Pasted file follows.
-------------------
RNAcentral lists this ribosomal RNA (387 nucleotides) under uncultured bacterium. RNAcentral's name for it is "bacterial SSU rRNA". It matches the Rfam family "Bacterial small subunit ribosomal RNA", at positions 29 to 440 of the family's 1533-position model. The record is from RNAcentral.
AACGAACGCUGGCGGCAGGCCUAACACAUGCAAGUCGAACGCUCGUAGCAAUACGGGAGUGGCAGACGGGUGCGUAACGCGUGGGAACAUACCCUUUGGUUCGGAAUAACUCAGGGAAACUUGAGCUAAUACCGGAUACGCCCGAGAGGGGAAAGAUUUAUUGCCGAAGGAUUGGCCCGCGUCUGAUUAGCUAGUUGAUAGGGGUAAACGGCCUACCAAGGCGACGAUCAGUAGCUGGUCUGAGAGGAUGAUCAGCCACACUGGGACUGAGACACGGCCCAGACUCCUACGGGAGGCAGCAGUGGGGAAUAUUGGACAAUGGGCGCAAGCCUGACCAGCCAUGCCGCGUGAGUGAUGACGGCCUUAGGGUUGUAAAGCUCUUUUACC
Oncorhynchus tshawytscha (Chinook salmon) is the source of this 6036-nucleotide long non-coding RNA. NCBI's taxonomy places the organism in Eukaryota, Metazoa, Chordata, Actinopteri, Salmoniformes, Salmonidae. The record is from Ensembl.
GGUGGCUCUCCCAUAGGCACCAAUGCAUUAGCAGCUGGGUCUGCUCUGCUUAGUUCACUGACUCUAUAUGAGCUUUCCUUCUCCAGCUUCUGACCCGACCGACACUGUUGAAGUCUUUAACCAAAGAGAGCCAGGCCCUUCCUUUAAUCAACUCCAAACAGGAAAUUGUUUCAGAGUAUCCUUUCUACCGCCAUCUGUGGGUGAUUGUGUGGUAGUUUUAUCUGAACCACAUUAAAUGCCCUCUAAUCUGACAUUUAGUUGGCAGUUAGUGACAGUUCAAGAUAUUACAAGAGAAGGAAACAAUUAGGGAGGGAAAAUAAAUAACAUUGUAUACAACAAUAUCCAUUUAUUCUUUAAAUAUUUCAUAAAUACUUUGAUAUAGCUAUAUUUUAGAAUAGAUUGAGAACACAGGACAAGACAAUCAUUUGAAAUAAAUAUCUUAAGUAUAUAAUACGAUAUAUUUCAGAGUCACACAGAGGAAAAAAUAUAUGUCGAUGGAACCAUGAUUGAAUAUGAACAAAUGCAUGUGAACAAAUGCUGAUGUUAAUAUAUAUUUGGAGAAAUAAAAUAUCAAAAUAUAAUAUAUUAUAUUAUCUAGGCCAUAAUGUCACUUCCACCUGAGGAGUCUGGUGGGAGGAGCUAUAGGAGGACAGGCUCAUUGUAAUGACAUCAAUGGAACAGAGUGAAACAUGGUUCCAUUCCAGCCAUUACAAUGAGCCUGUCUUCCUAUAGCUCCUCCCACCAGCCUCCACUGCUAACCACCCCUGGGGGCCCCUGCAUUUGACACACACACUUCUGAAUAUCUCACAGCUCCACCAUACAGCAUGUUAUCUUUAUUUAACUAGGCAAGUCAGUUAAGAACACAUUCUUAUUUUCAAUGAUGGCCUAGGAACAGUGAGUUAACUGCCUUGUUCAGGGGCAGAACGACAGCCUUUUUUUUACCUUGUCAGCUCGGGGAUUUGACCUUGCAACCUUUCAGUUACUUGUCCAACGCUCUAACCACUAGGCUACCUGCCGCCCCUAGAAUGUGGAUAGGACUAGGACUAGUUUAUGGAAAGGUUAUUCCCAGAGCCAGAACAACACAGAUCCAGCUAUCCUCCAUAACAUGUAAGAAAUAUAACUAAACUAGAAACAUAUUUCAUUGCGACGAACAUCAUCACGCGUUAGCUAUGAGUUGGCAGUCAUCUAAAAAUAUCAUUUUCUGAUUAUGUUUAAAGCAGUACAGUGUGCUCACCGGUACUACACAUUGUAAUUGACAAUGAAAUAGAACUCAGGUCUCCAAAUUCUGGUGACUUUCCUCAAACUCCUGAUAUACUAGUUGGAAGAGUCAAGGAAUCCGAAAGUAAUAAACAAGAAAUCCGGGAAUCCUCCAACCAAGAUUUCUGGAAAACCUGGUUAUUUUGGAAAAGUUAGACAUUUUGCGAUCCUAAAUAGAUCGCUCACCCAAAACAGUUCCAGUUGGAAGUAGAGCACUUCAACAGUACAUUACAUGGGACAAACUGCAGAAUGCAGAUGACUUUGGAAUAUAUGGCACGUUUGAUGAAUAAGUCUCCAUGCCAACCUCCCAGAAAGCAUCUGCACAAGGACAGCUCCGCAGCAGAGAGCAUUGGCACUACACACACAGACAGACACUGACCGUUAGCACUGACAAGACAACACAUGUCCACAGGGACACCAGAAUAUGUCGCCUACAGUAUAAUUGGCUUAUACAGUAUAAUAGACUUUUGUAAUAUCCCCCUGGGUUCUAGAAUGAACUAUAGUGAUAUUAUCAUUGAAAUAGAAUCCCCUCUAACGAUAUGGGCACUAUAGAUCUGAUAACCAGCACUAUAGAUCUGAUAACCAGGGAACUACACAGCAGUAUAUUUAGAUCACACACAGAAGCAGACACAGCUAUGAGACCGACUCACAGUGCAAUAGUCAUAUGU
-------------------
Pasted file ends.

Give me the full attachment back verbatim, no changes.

RNAcentral lists this ribosomal RNA (387 nucleotides) under uncultured bacterium. RNAcentral's name for it is "bacterial SSU rRNA". It matches the Rfam family "Bacterial small subunit ribosomal RNA", at positions 29 to 440 of the family's 1533-position model. The record is from RNAcentral.
AACGAACGCUGGCGGCAGGCCUAACACAUGCAAGUCGAACGCUCGUAGCAAUACGGGAGUGGCAGACGGGUGCGUAACGCGUGGGAACAUACCCUUUGGUUCGGAAUAACUCAGGGAAACUUGAGCUAAUACCGGAUACGCCCGAGAGGGGAAAGAUUUAUUGCCGAAGGAUUGGCCCGCGUCUGAUUAGCUAGUUGAUAGGGGUAAACGGCCUACCAAGGCGACGAUCAGUAGCUGGUCUGAGAGGAUGAUCAGCCACACUGGGACUGAGACACGGCCCAGACUCCUACGGGAGGCAGCAGUGGGGAAUAUUGGACAAUGGGCGCAAGCCUGACCAGCCAUGCCGCGUGAGUGAUGACGGCCUUAGGGUUGUAAAGCUCUUUUACC
Oncorhynchus tshawytscha (Chinook salmon) is the source of this 6036-nucleotide long non-coding RNA. NCBI's taxonomy places the organism in Eukaryota, Metazoa, Chordata, Actinopteri, Salmoniformes, Salmonidae. The record is from Ensembl.
GGUGGCUCUCCCAUAGGCACCAAUGCAUUAGCAGCUGGGUCUGCUCUGCUUAGUUCACUGACUCUAUAUGAGCUUUCCUUCUCCAGCUUCUGACCCGACCGACACUGUUGAAGUCUUUAACCAAAGAGAGCCAGGCCCUUCCUUUAAUCAACUCCAAACAGGAAAUUGUUUCAGAGUAUCCUUUCUACCGCCAUCUGUGGGUGAUUGUGUGGUAGUUUUAUCUGAACCACAUUAAAUGCCCUCUAAUCUGACAUUUAGUUGGCAGUUAGUGACAGUUCAAGAUAUUACAAGAGAAGGAAACAAUUAGGGAGGGAAAAUAAAUAACAUUGUAUACAACAAUAUCCAUUUAUUCUUUAAAUAUUUCAUAAAUACUUUGAUAUAGCUAUAUUUUAGAAUAGAUUGAGAACACAGGACAAGACAAUCAUUUGAAAUAAAUAUCUUAAGUAUAUAAUACGAUAUAUUUCAGAGUCACACAGAGGAAAAAAUAUAUGUCGAUGGAACCAUGAUUGAAUAUGAACAAAUGCAUGUGAACAAAUGCUGAUGUUAAUAUAUAUUUGGAGAAAUAAAAUAUCAAAAUAUAAUAUAUUAUAUUAUCUAGGCCAUAAUGUCACUUCCACCUGAGGAGUCUGGUGGGAGGAGCUAUAGGAGGACAGGCUCAUUGUAAUGACAUCAAUGGAACAGAGUGAAACAUGGUUCCAUUCCAGCCAUUACAAUGAGCCUGUCUUCCUAUAGCUCCUCCCACCAGCCUCCACUGCUAACCACCCCUGGGGGCCCCUGCAUUUGACACACACACUUCUGAAUAUCUCACAGCUCCACCAUACAGCAUGUUAUCUUUAUUUAACUAGGCAAGUCAGUUAAGAACACAUUCUUAUUUUCAAUGAUGGCCUAGGAACAGUGAGUUAACUGCCUUGUUCAGGGGCAGAACGACAGCCUUUUUUUUACCUUGUCAGCUCGGGGAUUUGACCUUGCAACCUUUCAGUUACUUGUCCAACGCUCUAACCACUAGGCUACCUGCCGCCCCUAGAAUGUGGAUAGGACUAGGACUAGUUUAUGGAAAGGUUAUUCCCAGAGCCAGAACAACACAGAUCCAGCUAUCCUCCAUAACAUGUAAGAAAUAUAACUAAACUAGAAACAUAUUUCAUUGCGACGAACAUCAUCACGCGUUAGCUAUGAGUUGGCAGUCAUCUAAAAAUAUCAUUUUCUGAUUAUGUUUAAAGCAGUACAGUGUGCUCACCGGUACUACACAUUGUAAUUGACAAUGAAAUAGAACUCAGGUCUCCAAAUUCUGGUGACUUUCCUCAAACUCCUGAUAUACUAGUUGGAAGAGUCAAGGAAUCCGAAAGUAAUAAACAAGAAAUCCGGGAAUCCUCCAACCAAGAUUUCUGGAAAACCUGGUUAUUUUGGAAAAGUUAGACAUUUUGCGAUCCUAAAUAGAUCGCUCACCCAAAACAGUUCCAGUUGGAAGUAGAGCACUUCAACAGUACAUUACAUGGGACAAACUGCAGAAUGCAGAUGACUUUGGAAUAUAUGGCACGUUUGAUGAAUAAGUCUCCAUGCCAACCUCCCAGAAAGCAUCUGCACAAGGACAGCUCCGCAGCAGAGAGCAUUGGCACUACACACACAGACAGACACUGACCGUUAGCACUGACAAGACAACACAUGUCCACAGGGACACCAGAAUAUGUCGCCUACAGUAUAAUUGGCUUAUACAGUAUAAUAGACUUUUGUAAUAUCCCCCUGGGUUCUAGAAUGAACUAUAGUGAUAUUAUCAUUGAAAUAGAAUCCCCUCUAACGAUAUGGGCACUAUAGAUCUGAUAACCAGCACUAUAGAUCUGAUAACCAGGGAACUACACAGCAGUAUAUUUAGAUCACACACAGAAGCAGACACAGCUAUGAGACCGACUCACAGUGCAAUAGUCAUAUGU